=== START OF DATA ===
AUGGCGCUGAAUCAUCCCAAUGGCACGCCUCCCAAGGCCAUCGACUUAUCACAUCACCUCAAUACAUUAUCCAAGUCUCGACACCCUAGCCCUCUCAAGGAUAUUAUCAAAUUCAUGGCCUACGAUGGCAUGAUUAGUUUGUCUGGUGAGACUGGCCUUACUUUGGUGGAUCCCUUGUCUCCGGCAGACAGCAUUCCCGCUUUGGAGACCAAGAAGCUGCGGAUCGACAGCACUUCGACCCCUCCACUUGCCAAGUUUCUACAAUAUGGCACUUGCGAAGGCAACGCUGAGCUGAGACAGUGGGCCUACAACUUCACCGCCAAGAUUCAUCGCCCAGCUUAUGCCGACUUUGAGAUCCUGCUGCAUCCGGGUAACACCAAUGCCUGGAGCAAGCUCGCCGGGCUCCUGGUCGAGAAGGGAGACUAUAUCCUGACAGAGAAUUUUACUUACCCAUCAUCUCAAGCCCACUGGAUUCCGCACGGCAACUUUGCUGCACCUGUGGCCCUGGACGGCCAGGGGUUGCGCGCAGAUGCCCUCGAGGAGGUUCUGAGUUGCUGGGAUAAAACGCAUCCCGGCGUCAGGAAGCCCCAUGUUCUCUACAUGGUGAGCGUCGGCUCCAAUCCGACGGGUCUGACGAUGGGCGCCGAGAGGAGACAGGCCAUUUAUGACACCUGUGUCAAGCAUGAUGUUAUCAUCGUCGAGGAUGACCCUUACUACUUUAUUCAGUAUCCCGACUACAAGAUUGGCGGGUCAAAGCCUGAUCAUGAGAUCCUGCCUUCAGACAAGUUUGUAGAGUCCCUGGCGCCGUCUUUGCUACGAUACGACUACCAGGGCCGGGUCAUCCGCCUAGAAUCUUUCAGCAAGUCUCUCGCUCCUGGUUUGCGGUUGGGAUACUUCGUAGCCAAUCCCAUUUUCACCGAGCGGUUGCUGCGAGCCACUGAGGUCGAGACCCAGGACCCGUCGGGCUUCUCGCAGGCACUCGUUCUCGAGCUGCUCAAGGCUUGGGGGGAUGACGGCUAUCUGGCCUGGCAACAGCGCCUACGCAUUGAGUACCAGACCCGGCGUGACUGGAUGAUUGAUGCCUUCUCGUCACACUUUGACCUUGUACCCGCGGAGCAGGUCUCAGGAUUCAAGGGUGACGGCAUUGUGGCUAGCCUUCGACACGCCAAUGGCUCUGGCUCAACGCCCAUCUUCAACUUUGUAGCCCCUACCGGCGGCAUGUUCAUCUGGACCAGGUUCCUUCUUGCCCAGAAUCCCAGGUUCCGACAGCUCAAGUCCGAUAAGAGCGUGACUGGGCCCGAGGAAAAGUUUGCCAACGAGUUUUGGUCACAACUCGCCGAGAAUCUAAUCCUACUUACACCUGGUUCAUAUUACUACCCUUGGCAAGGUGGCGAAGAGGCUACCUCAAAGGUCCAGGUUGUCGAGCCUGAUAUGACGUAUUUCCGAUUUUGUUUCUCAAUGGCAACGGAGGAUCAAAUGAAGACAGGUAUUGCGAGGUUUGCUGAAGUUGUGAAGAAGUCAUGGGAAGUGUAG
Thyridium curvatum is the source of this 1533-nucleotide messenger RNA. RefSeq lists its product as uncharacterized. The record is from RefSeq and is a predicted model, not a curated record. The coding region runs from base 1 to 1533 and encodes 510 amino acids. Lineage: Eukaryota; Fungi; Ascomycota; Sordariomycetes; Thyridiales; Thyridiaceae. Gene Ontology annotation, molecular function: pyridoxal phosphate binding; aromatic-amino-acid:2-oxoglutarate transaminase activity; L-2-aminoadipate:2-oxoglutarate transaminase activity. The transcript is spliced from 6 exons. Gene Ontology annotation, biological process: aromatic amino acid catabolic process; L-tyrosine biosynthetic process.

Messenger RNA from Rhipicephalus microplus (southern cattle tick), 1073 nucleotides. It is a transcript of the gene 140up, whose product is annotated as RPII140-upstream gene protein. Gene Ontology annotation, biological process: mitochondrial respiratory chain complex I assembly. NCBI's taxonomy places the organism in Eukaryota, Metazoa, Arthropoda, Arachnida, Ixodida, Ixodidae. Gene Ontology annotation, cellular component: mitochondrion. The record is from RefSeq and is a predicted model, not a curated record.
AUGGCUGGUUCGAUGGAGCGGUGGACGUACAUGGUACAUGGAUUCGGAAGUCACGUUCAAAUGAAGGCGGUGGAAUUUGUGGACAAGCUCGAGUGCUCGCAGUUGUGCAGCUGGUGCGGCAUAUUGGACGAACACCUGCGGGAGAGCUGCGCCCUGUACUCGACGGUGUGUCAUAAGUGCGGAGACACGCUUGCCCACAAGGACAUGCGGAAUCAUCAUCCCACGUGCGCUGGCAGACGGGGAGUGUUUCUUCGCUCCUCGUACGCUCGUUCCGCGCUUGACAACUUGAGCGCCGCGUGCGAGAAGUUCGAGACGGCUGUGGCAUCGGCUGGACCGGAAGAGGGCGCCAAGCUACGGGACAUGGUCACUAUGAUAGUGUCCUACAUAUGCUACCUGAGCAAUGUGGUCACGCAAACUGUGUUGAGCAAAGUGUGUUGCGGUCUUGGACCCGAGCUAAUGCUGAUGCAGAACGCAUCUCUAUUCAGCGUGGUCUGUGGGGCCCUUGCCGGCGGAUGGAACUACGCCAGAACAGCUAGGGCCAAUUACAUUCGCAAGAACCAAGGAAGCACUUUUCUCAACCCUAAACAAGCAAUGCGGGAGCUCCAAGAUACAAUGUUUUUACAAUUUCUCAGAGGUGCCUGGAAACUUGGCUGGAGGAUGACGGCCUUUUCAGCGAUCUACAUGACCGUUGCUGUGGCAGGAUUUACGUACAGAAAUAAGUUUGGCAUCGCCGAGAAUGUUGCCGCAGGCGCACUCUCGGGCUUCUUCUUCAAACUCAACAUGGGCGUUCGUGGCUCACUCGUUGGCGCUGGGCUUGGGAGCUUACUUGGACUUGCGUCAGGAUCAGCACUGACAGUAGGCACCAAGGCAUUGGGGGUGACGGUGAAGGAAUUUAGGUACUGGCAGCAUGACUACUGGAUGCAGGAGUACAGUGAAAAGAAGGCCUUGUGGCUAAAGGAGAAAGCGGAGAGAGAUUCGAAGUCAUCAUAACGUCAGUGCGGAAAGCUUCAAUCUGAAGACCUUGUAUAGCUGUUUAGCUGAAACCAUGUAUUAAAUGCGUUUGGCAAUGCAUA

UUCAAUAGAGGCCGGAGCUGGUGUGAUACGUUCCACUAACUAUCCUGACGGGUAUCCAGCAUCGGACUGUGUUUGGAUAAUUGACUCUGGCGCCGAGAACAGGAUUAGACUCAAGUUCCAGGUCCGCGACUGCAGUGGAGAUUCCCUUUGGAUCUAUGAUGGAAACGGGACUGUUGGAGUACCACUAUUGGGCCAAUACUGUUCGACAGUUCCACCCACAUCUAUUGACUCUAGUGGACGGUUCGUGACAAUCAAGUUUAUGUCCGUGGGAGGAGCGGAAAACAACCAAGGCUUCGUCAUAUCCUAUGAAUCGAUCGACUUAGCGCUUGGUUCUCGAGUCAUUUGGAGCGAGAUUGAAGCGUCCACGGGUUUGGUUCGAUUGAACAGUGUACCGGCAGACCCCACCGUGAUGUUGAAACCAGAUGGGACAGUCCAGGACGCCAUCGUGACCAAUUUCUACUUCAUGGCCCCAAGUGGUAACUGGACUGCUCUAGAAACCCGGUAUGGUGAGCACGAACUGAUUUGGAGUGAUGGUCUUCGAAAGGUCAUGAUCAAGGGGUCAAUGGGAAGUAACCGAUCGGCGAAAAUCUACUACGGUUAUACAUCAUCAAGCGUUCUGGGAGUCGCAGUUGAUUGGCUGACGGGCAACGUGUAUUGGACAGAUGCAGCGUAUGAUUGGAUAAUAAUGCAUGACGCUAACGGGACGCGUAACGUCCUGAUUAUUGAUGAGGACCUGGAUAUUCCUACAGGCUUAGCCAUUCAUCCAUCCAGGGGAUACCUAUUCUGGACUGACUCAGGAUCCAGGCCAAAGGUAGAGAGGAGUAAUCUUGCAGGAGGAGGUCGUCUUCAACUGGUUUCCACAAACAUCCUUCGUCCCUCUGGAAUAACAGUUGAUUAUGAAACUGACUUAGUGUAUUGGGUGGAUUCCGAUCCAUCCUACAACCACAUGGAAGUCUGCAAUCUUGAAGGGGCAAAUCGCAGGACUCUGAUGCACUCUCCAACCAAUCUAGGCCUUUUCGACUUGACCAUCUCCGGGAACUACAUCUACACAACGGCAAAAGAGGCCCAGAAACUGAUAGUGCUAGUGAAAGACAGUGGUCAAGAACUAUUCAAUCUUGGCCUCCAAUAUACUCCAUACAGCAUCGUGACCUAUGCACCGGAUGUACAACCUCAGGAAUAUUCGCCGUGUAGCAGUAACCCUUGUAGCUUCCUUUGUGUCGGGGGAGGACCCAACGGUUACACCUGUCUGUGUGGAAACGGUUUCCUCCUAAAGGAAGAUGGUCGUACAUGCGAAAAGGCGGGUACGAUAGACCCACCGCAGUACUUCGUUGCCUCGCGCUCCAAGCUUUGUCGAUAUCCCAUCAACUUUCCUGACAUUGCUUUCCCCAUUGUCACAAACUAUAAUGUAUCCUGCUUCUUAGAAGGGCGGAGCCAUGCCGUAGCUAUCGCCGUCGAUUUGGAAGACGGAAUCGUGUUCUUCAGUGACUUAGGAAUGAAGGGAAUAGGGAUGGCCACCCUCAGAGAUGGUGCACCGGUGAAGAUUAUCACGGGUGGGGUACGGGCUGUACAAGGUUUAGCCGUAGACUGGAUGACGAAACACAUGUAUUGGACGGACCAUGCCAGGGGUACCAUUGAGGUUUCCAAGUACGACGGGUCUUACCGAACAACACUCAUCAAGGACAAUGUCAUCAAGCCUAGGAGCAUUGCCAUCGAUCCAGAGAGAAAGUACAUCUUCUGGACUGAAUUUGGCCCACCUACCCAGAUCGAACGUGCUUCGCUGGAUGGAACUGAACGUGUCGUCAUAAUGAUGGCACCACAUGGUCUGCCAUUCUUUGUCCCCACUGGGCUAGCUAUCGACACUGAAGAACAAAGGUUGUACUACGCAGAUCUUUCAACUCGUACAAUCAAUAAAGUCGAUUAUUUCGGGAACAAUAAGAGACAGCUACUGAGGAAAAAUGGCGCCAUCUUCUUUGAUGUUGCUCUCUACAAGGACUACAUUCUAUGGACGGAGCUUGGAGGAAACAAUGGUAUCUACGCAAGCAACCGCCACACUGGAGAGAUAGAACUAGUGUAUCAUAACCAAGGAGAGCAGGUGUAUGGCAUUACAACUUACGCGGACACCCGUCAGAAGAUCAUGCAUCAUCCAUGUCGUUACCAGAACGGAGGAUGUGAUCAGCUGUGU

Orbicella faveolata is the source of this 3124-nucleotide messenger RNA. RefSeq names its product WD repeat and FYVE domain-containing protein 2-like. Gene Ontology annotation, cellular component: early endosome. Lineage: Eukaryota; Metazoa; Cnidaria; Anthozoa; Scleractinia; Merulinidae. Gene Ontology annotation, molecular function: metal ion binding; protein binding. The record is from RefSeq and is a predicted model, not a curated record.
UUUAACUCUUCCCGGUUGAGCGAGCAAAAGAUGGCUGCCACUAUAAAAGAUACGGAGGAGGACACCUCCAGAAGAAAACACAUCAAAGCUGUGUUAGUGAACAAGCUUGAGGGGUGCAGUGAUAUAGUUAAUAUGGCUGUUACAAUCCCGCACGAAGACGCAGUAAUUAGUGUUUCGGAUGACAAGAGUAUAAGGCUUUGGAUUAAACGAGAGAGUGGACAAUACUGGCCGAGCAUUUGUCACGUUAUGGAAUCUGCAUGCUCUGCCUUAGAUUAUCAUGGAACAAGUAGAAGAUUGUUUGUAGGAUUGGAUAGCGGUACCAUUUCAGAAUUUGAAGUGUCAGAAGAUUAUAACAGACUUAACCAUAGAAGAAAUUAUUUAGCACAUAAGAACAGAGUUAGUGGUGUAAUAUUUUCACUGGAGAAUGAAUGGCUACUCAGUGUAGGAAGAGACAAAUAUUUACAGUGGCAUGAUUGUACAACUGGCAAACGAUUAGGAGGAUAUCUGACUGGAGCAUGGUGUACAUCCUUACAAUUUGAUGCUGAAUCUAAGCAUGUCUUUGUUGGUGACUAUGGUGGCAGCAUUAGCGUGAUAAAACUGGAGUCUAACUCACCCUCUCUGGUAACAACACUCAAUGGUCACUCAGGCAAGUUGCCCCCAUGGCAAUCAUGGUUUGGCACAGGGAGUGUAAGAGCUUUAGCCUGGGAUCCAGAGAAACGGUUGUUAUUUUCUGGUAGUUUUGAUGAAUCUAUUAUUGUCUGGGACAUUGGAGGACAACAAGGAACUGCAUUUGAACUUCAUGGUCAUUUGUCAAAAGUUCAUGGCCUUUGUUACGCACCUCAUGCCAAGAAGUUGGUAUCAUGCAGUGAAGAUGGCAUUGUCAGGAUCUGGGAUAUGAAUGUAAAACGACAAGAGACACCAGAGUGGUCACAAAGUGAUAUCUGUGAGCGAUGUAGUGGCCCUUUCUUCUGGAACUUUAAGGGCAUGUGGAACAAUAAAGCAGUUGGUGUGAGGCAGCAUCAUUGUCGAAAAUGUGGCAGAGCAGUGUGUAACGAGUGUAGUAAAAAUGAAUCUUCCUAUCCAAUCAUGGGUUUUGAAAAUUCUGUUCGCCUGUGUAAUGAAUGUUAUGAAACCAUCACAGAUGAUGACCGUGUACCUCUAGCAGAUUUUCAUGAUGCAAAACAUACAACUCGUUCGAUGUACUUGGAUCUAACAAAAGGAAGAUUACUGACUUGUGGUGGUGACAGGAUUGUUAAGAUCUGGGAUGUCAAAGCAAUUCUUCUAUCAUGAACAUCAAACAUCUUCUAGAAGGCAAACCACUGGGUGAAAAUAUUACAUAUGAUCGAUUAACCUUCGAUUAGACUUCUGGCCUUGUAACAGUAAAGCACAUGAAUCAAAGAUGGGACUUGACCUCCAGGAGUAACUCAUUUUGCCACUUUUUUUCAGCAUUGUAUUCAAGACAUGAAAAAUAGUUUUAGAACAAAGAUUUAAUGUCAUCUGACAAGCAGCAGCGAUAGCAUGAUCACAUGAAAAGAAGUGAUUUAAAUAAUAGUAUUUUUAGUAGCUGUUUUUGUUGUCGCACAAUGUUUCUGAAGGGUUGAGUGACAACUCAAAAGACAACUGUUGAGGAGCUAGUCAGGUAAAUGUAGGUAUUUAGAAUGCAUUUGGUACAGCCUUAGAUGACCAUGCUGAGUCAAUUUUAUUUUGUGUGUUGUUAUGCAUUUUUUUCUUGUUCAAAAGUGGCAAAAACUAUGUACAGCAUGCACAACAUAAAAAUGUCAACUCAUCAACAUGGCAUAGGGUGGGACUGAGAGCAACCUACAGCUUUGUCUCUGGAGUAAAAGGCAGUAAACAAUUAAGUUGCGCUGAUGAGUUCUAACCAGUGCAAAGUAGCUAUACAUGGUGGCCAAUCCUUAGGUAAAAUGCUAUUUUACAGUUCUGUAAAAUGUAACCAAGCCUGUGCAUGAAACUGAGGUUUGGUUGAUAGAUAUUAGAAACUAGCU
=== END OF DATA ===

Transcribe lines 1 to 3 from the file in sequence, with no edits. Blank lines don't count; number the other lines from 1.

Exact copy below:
AUGGCGCUGAAUCAUCCCAAUGGCACGCCUCCCAAGGCCAUCGACUUAUCACAUCACCUCAAUACAUUAUCCAAGUCUCGACACCCUAGCCCUCUCAAGGAUAUUAUCAAAUUCAUGGCCUACGAUGGCAUGAUUAGUUUGUCUGGUGAGACUGGCCUUACUUUGGUGGAUCCCUUGUCUCCGGCAGACAGCAUUCCCGCUUUGGAGACCAAGAAGCUGCGGAUCGACAGCACUUCGACCCCUCCACUUGCCAAGUUUCUACAAUAUGGCACUUGCGAAGGCAACGCUGAGCUGAGACAGUGGGCCUACAACUUCACCGCCAAGAUUCAUCGCCCAGCUUAUGCCGACUUUGAGAUCCUGCUGCAUCCGGGUAACACCAAUGCCUGGAGCAAGCUCGCCGGGCUCCUGGUCGAGAAGGGAGACUAUAUCCUGACAGAGAAUUUUACUUACCCAUCAUCUCAAGCCCACUGGAUUCCGCACGGCAACUUUGCUGCACCUGUGGCCCUGGACGGCCAGGGGUUGCGCGCAGAUGCCCUCGAGGAGGUUCUGAGUUGCUGGGAUAAAACGCAUCCCGGCGUCAGGAAGCCCCAUGUUCUCUACAUGGUGAGCGUCGGCUCCAAUCCGACGGGUCUGACGAUGGGCGCCGAGAGGAGACAGGCCAUUUAUGACACCUGUGUCAAGCAUGAUGUUAUCAUCGUCGAGGAUGACCCUUACUACUUUAUUCAGUAUCCCGACUACAAGAUUGGCGGGUCAAAGCCUGAUCAUGAGAUCCUGCCUUCAGACAAGUUUGUAGAGUCCCUGGCGCCGUCUUUGCUACGAUACGACUACCAGGGCCGGGUCAUCCGCCUAGAAUCUUUCAGCAAGUCUCUCGCUCCUGGUUUGCGGUUGGGAUACUUCGUAGCCAAUCCCAUUUUCACCGAGCGGUUGCUGCGAGCCACUGAGGUCGAGACCCAGGACCCGUCGGGCUUCUCGCAGGCACUCGUUCUCGAGCUGCUCAAGGCUUGGGGGGAUGACGGCUAUCUGGCCUGGCAACAGCGCCUACGCAUUGAGUACCAGACCCGGCGUGACUGGAUGAUUGAUGCCUUCUCGUCACACUUUGACCUUGUACCCGCGGAGCAGGUCUCAGGAUUCAAGGGUGACGGCAUUGUGGCUAGCCUUCGACACGCCAAUGGCUCUGGCUCAACGCCCAUCUUCAACUUUGUAGCCCCUACCGGCGGCAUGUUCAUCUGGACCAGGUUCCUUCUUGCCCAGAAUCCCAGGUUCCGACAGCUCAAGUCCGAUAAGAGCGUGACUGGGCCCGAGGAAAAGUUUGCCAACGAGUUUUGGUCACAACUCGCCGAGAAUCUAAUCCUACUUACACCUGGUUCAUAUUACUACCCUUGGCAAGGUGGCGAAGAGGCUACCUCAAAGGUCCAGGUUGUCGAGCCUGAUAUGACGUAUUUCCGAUUUUGUUUCUCAAUGGCAACGGAGGAUCAAAUGAAGACAGGUAUUGCGAGGUUUGCUGAAGUUGUGAAGAAGUCAUGGGAAGUGUAG
Thyridium curvatum is the source of this 1533-nucleotide messenger RNA. RefSeq lists its product as uncharacterized. The record is from RefSeq and is a predicted model, not a curated record. The coding region runs from base 1 to 1533 and encodes 510 amino acids. Lineage: Eukaryota; Fungi; Ascomycota; Sordariomycetes; Thyridiales; Thyridiaceae. Gene Ontology annotation, molecular function: pyridoxal phosphate binding; aromatic-amino-acid:2-oxoglutarate transaminase activity; L-2-aminoadipate:2-oxoglutarate transaminase activity. The transcript is spliced from 6 exons. Gene Ontology annotation, biological process: aromatic amino acid catabolic process; L-tyrosine biosynthetic process.

Messenger RNA from Rhipicephalus microplus (southern cattle tick), 1073 nucleotides. It is a transcript of the gene 140up, whose product is annotated as RPII140-upstream gene protein. Gene Ontology annotation, biological process: mitochondrial respiratory chain complex I assembly. NCBI's taxonomy places the organism in Eukaryota, Metazoa, Arthropoda, Arachnida, Ixodida, Ixodidae. Gene Ontology annotation, cellular component: mitochondrion. The record is from RefSeq and is a predicted model, not a curated record.